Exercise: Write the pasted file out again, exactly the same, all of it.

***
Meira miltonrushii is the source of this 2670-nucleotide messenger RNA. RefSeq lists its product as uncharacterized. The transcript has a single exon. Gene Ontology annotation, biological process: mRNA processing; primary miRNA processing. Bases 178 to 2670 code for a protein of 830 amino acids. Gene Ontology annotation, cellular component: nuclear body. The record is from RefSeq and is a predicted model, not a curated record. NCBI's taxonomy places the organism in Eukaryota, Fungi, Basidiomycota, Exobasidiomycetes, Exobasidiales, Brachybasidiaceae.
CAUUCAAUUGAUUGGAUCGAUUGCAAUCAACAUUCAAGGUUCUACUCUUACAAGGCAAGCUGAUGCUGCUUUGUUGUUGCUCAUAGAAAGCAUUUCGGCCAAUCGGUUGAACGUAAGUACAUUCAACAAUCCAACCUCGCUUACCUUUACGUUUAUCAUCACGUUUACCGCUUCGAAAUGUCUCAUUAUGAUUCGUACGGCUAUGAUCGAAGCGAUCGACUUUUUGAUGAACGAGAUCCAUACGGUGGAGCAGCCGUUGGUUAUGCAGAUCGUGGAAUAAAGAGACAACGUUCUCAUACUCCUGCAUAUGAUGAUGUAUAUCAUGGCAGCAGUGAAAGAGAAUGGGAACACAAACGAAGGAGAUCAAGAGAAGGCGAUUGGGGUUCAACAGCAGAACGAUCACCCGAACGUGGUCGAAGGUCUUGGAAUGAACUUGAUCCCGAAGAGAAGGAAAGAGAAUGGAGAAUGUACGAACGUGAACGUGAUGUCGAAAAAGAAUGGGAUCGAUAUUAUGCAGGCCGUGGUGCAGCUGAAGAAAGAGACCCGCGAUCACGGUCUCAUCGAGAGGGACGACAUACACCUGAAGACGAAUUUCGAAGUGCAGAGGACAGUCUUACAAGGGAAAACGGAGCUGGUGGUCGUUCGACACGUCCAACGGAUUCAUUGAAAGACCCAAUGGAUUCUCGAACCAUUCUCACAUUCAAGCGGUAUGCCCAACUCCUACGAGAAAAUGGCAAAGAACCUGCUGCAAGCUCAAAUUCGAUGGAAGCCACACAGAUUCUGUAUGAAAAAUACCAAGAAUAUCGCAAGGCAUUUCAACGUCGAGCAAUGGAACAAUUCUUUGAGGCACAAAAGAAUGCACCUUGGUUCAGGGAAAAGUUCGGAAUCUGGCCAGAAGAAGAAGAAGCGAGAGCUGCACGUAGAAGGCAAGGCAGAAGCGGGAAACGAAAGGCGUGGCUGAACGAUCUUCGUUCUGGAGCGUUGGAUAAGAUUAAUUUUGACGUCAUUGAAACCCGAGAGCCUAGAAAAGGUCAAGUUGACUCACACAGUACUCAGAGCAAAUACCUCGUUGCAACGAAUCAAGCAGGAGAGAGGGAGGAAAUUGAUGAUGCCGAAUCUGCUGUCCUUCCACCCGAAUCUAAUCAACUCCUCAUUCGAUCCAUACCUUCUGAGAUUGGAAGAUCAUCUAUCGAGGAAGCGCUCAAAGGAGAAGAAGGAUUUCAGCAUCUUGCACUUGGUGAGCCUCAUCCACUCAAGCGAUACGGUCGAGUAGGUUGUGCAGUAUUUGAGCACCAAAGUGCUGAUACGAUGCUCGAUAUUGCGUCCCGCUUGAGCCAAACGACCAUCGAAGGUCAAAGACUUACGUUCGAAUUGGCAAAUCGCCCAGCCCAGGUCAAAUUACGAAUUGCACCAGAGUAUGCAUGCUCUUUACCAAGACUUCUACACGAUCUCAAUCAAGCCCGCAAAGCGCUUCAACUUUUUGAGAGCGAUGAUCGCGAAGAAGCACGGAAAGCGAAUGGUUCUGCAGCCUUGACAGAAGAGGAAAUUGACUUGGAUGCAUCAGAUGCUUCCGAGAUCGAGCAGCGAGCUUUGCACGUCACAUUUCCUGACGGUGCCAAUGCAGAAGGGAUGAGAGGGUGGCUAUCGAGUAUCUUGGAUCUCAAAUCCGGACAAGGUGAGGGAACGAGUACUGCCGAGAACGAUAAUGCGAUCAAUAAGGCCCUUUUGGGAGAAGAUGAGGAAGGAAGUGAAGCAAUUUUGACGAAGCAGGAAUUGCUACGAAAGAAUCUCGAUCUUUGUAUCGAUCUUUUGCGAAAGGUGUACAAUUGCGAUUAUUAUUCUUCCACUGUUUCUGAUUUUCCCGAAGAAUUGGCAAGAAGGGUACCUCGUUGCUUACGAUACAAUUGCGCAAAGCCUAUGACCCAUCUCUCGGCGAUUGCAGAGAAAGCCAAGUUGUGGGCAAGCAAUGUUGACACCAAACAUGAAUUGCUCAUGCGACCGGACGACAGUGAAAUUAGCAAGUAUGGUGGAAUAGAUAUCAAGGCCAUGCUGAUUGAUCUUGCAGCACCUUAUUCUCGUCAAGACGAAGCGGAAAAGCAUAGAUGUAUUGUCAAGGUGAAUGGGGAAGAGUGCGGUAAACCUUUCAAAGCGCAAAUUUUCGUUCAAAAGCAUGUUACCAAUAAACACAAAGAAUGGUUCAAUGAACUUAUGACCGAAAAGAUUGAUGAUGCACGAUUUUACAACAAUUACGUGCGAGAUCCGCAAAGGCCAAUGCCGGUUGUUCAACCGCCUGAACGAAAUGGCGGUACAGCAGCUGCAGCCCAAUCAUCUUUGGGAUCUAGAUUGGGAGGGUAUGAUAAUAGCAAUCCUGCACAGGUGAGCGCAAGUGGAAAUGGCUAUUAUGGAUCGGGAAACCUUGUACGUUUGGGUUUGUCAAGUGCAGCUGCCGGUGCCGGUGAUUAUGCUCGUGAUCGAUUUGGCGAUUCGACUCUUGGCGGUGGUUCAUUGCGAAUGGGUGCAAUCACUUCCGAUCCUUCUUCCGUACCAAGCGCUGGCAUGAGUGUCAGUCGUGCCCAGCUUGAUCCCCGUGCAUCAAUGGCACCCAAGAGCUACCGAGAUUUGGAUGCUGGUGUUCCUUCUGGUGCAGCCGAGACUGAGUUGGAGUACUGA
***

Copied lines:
Meira miltonrushii is the source of this 2670-nucleotide messenger RNA. RefSeq lists its product as uncharacterized. The transcript has a single exon. Gene Ontology annotation, biological process: mRNA processing; primary miRNA processing. Bases 178 to 2670 code for a protein of 830 amino acids. Gene Ontology annotation, cellular component: nuclear body. The record is from RefSeq and is a predicted model, not a curated record. NCBI's taxonomy places the organism in Eukaryota, Fungi, Basidiomycota, Exobasidiomycetes, Exobasidiales, Brachybasidiaceae.
CAUUCAAUUGAUUGGAUCGAUUGCAAUCAACAUUCAAGGUUCUACUCUUACAAGGCAAGCUGAUGCUGCUUUGUUGUUGCUCAUAGAAAGCAUUUCGGCCAAUCGGUUGAACGUAAGUACAUUCAACAAUCCAACCUCGCUUACCUUUACGUUUAUCAUCACGUUUACCGCUUCGAAAUGUCUCAUUAUGAUUCGUACGGCUAUGAUCGAAGCGAUCGACUUUUUGAUGAACGAGAUCCAUACGGUGGAGCAGCCGUUGGUUAUGCAGAUCGUGGAAUAAAGAGACAACGUUCUCAUACUCCUGCAUAUGAUGAUGUAUAUCAUGGCAGCAGUGAAAGAGAAUGGGAACACAAACGAAGGAGAUCAAGAGAAGGCGAUUGGGGUUCAACAGCAGAACGAUCACCCGAACGUGGUCGAAGGUCUUGGAAUGAACUUGAUCCCGAAGAGAAGGAAAGAGAAUGGAGAAUGUACGAACGUGAACGUGAUGUCGAAAAAGAAUGGGAUCGAUAUUAUGCAGGCCGUGGUGCAGCUGAAGAAAGAGACCCGCGAUCACGGUCUCAUCGAGAGGGACGACAUACACCUGAAGACGAAUUUCGAAGUGCAGAGGACAGUCUUACAAGGGAAAACGGAGCUGGUGGUCGUUCGACACGUCCAACGGAUUCAUUGAAAGACCCAAUGGAUUCUCGAACCAUUCUCACAUUCAAGCGGUAUGCCCAACUCCUACGAGAAAAUGGCAAAGAACCUGCUGCAAGCUCAAAUUCGAUGGAAGCCACACAGAUUCUGUAUGAAAAAUACCAAGAAUAUCGCAAGGCAUUUCAACGUCGAGCAAUGGAACAAUUCUUUGAGGCACAAAAGAAUGCACCUUGGUUCAGGGAAAAGUUCGGAAUCUGGCCAGAAGAAGAAGAAGCGAGAGCUGCACGUAGAAGGCAAGGCAGAAGCGGGAAACGAAAGGCGUGGCUGAACGAUCUUCGUUCUGGAGCGUUGGAUAAGAUUAAUUUUGACGUCAUUGAAACCCGAGAGCCUAGAAAAGGUCAAGUUGACUCACACAGUACUCAGAGCAAAUACCUCGUUGCAACGAAUCAAGCAGGAGAGAGGGAGGAAAUUGAUGAUGCCGAAUCUGCUGUCCUUCCACCCGAAUCUAAUCAACUCCUCAUUCGAUCCAUACCUUCUGAGAUUGGAAGAUCAUCUAUCGAGGAAGCGCUCAAAGGAGAAGAAGGAUUUCAGCAUCUUGCACUUGGUGAGCCUCAUCCACUCAAGCGAUACGGUCGAGUAGGUUGUGCAGUAUUUGAGCACCAAAGUGCUGAUACGAUGCUCGAUAUUGCGUCCCGCUUGAGCCAAACGACCAUCGAAGGUCAAAGACUUACGUUCGAAUUGGCAAAUCGCCCAGCCCAGGUCAAAUUACGAAUUGCACCAGAGUAUGCAUGCUCUUUACCAAGACUUCUACACGAUCUCAAUCAAGCCCGCAAAGCGCUUCAACUUUUUGAGAGCGAUGAUCGCGAAGAAGCACGGAAAGCGAAUGGUUCUGCAGCCUUGACAGAAGAGGAAAUUGACUUGGAUGCAUCAGAUGCUUCCGAGAUCGAGCAGCGAGCUUUGCACGUCACAUUUCCUGACGGUGCCAAUGCAGAAGGGAUGAGAGGGUGGCUAUCGAGUAUCUUGGAUCUCAAAUCCGGACAAGGUGAGGGAACGAGUACUGCCGAGAACGAUAAUGCGAUCAAUAAGGCCCUUUUGGGAGAAGAUGAGGAAGGAAGUGAAGCAAUUUUGACGAAGCAGGAAUUGCUACGAAAGAAUCUCGAUCUUUGUAUCGAUCUUUUGCGAAAGGUGUACAAUUGCGAUUAUUAUUCUUCCACUGUUUCUGAUUUUCCCGAAGAAUUGGCAAGAAGGGUACCUCGUUGCUUACGAUACAAUUGCGCAAAGCCUAUGACCCAUCUCUCGGCGAUUGCAGAGAAAGCCAAGUUGUGGGCAAGCAAUGUUGACACCAAACAUGAAUUGCUCAUGCGACCGGACGACAGUGAAAUUAGCAAGUAUGGUGGAAUAGAUAUCAAGGCCAUGCUGAUUGAUCUUGCAGCACCUUAUUCUCGUCAAGACGAAGCGGAAAAGCAUAGAUGUAUUGUCAAGGUGAAUGGGGAAGAGUGCGGUAAACCUUUCAAAGCGCAAAUUUUCGUUCAAAAGCAUGUUACCAAUAAACACAAAGAAUGGUUCAAUGAACUUAUGACCGAAAAGAUUGAUGAUGCACGAUUUUACAACAAUUACGUGCGAGAUCCGCAAAGGCCAAUGCCGGUUGUUCAACCGCCUGAACGAAAUGGCGGUACAGCAGCUGCAGCCCAAUCAUCUUUGGGAUCUAGAUUGGGAGGGUAUGAUAAUAGCAAUCCUGCACAGGUGAGCGCAAGUGGAAAUGGCUAUUAUGGAUCGGGAAACCUUGUACGUUUGGGUUUGUCAAGUGCAGCUGCCGGUGCCGGUGAUUAUGCUCGUGAUCGAUUUGGCGAUUCGACUCUUGGCGGUGGUUCAUUGCGAAUGGGUGCAAUCACUUCCGAUCCUUCUUCCGUACCAAGCGCUGGCAUGAGUGUCAGUCGUGCCCAGCUUGAUCCCCGUGCAUCAAUGGCACCCAAGAGCUACCGAGAUUUGGAUGCUGGUGUUCCUUCUGGUGCAGCCGAGACUGAGUUGGAGUACUGA